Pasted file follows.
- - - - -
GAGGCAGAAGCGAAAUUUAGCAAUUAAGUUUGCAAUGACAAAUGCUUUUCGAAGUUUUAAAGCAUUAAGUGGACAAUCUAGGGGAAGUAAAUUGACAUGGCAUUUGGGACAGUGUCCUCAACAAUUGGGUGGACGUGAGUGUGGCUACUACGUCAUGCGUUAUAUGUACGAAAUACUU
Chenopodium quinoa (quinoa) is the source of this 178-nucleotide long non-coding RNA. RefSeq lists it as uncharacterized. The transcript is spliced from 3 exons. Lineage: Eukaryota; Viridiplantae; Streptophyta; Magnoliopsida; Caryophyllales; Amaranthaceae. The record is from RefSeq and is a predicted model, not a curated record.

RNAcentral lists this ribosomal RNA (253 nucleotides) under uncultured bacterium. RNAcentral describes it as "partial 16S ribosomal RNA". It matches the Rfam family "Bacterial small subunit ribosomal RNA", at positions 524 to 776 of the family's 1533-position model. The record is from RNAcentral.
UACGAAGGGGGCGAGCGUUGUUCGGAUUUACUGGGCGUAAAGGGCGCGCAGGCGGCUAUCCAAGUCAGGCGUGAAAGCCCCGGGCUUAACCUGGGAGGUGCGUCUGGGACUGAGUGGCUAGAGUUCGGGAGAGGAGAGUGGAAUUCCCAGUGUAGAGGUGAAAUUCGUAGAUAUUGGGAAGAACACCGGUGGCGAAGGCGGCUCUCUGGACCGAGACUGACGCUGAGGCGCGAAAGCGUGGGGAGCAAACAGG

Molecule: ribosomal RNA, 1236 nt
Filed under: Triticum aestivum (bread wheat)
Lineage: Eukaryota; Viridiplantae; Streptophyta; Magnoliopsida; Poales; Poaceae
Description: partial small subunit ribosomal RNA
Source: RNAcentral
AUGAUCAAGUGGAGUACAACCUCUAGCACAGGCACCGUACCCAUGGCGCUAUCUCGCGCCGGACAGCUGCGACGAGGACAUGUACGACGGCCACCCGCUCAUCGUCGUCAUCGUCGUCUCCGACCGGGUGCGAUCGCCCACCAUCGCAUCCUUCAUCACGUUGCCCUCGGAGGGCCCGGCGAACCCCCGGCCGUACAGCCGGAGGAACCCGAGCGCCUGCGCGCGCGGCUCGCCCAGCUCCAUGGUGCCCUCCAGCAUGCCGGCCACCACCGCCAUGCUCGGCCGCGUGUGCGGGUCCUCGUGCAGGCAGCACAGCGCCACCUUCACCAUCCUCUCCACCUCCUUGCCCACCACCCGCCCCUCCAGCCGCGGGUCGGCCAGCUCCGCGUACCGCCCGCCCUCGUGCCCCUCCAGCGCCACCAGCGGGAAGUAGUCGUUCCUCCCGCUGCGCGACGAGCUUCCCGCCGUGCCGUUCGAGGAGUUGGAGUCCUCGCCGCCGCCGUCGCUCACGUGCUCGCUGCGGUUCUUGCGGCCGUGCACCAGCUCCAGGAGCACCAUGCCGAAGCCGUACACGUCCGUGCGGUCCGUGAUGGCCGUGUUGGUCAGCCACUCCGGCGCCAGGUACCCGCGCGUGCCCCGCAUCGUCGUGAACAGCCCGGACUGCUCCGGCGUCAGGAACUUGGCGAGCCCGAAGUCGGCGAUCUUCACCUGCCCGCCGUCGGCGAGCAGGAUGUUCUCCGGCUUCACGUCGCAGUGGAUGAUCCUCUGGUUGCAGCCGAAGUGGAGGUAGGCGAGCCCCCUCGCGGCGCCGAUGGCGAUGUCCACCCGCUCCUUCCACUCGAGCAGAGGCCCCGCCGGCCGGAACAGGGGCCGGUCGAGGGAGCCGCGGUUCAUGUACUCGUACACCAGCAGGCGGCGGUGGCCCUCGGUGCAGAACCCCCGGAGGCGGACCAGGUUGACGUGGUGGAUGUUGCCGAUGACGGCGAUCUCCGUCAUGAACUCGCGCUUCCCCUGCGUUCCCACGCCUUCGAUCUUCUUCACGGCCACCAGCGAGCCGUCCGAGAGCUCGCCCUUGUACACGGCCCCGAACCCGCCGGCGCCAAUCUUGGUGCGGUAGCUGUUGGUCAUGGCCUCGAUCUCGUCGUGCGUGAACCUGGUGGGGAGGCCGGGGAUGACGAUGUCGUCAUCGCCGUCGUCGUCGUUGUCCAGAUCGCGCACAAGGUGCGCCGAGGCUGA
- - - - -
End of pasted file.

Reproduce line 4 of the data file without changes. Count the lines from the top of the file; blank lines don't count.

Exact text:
UACGAAGGGGGCGAGCGUUGUUCGGAUUUACUGGGCGUAAAGGGCGCGCAGGCGGCUAUCCAAGUCAGGCGUGAAAGCCCCGGGCUUAACCUGGGAGGUGCGUCUGGGACUGAGUGGCUAGAGUUCGGGAGAGGAGAGUGGAAUUCCCAGUGUAGAGGUGAAAUUCGUAGAUAUUGGGAAGAACACCGGUGGCGAAGGCGGCUCUCUGGACCGAGACUGACGCUGAGGCGCGAAAGCGUGGGGAGCAAACAGG